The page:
Health department making plan for COVID-19 vaccinations

Published 6:44 pm Thursday, June 4, 2020

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Though it may be far in advance, Beaufort County Health Department staff is planning how it will roll out COVID-19 vaccinations when it becomes available.

Health Department Director Jim Madson told the Beaufort County Board of Commissioners at Monday night’s regular meeting that whether the vaccination comes to fruition as early as December or further down the road, they’re planning for the ability to vaccinate all Beaufort County residents.

“The goal will be to vaccinate as many people as want it in Beaufort County, when the time comes,” Madson said.

Preliminary plans include four pods of vaccinations consisting of vaccination clinics held for 10 days in Washington, followed by seven days in Chocowinity, five days in Aurora and five days in Belhaven. Madson said vaccinations would be made available to older residents before opening them up to the general public.

According to North Carolina Department of Health and Human Services statistics, 68% of North Carolina’s 900-plus deaths have occurred to older residents living in congregate facilities, including nursing homes.

Madson gave the latest breakdown of the trajectory of the virus in North Carolina and the four factors state officials are looking at whether to move into Phase III of the state’s three-phase plan to reopen: the number of patients currently hospitalized; the number of people visiting emergency departments for COVID-like illnesses; the percentage of tests that come back positive for COVID-19; and the overall number of cases. Three of the four are stable.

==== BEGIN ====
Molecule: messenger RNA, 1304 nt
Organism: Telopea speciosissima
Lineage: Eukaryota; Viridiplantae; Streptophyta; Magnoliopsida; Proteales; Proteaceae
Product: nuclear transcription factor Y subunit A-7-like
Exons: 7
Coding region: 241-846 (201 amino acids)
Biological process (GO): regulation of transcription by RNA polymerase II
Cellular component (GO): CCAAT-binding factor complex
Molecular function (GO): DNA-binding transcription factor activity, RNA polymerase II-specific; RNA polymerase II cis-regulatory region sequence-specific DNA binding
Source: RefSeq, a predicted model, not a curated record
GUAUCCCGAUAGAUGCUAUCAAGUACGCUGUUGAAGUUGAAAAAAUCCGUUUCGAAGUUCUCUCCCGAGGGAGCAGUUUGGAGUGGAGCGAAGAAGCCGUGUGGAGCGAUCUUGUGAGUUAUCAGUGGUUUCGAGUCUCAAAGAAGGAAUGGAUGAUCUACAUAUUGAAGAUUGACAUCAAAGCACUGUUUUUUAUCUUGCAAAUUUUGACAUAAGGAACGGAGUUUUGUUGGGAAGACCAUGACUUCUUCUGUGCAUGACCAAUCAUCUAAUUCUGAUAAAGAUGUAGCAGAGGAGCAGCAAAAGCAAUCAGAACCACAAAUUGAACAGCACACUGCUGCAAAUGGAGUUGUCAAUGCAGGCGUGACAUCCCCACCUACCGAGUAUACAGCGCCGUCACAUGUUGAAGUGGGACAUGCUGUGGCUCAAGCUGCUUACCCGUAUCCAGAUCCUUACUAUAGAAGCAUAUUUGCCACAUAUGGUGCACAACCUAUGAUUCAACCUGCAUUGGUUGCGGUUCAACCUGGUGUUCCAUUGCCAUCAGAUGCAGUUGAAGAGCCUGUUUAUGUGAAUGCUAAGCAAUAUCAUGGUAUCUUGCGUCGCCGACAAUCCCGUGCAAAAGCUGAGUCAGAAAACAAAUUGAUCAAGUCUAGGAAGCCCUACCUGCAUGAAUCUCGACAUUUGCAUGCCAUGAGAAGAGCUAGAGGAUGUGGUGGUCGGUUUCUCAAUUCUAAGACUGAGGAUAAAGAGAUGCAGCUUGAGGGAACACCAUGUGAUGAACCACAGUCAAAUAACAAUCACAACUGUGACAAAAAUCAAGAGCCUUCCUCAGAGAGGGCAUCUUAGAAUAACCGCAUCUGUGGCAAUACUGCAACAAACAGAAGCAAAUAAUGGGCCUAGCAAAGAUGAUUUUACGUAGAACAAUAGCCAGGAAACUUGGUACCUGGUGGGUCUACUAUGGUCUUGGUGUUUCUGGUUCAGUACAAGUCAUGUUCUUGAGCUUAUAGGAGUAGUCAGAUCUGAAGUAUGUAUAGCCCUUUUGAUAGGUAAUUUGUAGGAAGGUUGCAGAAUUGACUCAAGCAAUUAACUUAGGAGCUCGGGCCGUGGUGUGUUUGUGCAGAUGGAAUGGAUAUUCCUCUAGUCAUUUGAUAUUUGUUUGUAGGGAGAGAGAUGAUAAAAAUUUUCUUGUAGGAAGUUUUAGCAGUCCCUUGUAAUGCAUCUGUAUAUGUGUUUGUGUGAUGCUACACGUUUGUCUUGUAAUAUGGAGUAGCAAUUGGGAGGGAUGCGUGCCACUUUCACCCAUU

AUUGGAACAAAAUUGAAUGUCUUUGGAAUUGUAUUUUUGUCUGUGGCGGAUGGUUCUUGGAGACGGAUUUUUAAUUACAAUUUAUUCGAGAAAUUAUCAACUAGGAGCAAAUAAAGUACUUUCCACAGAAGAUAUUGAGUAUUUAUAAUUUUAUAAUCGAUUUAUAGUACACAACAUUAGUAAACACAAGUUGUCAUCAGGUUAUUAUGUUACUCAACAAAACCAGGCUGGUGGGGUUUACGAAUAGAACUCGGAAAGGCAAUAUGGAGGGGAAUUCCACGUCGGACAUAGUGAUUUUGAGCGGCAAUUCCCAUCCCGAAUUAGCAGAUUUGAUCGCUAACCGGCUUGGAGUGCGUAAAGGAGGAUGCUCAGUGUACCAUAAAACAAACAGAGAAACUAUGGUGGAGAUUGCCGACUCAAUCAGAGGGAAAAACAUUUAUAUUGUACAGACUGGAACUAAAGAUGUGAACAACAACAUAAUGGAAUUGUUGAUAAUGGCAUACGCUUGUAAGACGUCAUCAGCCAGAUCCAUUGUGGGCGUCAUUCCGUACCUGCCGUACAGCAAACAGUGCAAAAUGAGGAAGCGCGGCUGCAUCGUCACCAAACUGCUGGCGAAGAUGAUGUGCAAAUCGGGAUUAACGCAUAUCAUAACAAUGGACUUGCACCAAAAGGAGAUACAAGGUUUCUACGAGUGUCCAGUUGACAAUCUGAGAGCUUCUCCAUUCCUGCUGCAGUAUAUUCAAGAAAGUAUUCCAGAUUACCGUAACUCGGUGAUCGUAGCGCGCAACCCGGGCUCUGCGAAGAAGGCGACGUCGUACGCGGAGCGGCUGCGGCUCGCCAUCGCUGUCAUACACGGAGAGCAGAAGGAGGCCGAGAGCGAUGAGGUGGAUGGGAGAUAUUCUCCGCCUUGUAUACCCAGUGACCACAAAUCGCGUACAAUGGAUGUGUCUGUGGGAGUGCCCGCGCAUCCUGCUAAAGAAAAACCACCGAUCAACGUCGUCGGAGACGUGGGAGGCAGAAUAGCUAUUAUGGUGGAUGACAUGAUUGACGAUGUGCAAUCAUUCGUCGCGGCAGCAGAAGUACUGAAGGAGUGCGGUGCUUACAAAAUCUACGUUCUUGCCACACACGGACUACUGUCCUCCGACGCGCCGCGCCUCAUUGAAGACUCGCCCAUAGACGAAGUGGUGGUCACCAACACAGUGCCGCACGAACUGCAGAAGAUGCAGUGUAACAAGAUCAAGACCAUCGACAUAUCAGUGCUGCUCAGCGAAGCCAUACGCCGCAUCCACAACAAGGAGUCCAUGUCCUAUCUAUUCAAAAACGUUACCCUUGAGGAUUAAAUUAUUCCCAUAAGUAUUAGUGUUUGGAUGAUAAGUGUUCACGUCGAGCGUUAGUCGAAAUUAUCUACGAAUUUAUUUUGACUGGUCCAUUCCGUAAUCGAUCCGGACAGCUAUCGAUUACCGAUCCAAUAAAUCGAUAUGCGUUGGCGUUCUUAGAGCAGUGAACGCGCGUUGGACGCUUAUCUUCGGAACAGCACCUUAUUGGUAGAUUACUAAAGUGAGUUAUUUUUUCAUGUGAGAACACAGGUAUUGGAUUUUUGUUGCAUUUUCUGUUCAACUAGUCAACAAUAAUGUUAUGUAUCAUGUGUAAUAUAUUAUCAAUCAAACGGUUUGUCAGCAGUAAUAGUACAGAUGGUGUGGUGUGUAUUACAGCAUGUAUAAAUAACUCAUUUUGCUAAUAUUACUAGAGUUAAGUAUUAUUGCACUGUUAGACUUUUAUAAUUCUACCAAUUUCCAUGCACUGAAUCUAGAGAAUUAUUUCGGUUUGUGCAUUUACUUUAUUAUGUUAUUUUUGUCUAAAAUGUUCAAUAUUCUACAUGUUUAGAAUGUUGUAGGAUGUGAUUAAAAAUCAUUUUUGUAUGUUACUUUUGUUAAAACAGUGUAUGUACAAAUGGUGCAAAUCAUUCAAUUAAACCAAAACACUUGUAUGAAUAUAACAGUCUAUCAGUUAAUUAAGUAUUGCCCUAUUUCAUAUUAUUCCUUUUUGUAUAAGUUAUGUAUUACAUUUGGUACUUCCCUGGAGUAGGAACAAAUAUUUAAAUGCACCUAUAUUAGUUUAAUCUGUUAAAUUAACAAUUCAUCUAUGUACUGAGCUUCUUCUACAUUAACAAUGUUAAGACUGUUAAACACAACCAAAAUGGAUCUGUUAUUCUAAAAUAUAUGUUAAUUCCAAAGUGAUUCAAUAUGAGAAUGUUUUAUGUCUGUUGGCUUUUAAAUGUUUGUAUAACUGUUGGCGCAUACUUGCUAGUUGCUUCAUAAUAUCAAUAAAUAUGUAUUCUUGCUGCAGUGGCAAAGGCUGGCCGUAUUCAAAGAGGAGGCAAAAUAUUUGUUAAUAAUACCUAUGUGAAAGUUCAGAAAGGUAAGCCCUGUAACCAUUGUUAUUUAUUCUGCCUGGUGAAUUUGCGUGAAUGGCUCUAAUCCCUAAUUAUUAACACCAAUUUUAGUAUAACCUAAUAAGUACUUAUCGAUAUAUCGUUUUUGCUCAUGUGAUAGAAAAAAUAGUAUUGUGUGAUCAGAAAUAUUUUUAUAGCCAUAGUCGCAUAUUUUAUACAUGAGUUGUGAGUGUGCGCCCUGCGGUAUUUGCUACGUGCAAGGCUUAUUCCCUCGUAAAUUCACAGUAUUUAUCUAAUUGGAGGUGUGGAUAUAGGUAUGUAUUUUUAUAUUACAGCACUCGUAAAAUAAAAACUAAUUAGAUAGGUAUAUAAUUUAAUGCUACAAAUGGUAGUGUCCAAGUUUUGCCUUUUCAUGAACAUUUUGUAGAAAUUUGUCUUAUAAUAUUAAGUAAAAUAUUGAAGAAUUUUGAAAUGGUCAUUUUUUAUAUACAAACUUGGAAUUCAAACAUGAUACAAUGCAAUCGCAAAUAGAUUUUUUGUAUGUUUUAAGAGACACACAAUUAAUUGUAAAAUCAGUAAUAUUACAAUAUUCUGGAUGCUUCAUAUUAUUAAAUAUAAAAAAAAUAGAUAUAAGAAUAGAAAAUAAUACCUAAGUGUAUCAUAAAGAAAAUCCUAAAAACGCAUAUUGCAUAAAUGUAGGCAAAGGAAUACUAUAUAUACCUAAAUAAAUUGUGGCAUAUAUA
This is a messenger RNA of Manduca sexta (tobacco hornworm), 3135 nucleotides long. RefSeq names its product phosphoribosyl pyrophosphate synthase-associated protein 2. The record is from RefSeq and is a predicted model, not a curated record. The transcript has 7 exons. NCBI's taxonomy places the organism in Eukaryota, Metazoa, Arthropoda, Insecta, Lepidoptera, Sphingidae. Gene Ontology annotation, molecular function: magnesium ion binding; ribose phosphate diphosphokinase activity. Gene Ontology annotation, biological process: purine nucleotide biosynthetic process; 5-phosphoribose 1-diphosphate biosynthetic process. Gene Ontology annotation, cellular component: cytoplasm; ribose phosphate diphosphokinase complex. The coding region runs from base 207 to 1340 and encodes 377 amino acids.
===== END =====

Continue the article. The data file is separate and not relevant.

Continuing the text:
“Out of the four indicators that they’re using, there’s one of them — the number of cases — that doesn’t look good,” Madson said, adding that he believes that number could be affected by the increase in tests being done statewide.

NCDHHS data also indicate the number of deaths statewide has dropped over the last several weeks, but Madson said the decrease could be due to one of two factors: earlier identification and better treatment or a delay in reporting deaths.

“I can’t tell you which one it is right now, but I’m hoping that it’s for better treatment out there,” he said.

COVID-19-related deaths in North Carolina have followed another national trend based on race. In North Carolina, white residents account for 59% of deaths; black residents for 34%.

“What this indicates is there’s a higher rate of death occurring in black and African American people. In North Carolina, 22% of the residents are black, so to have 34% dying, it shows a disproportionate number of people that are black that are dying.”

No deaths have occurred in Beaufort County. Madson said 2.5% of Beaufort County’s population has been tested for the virus.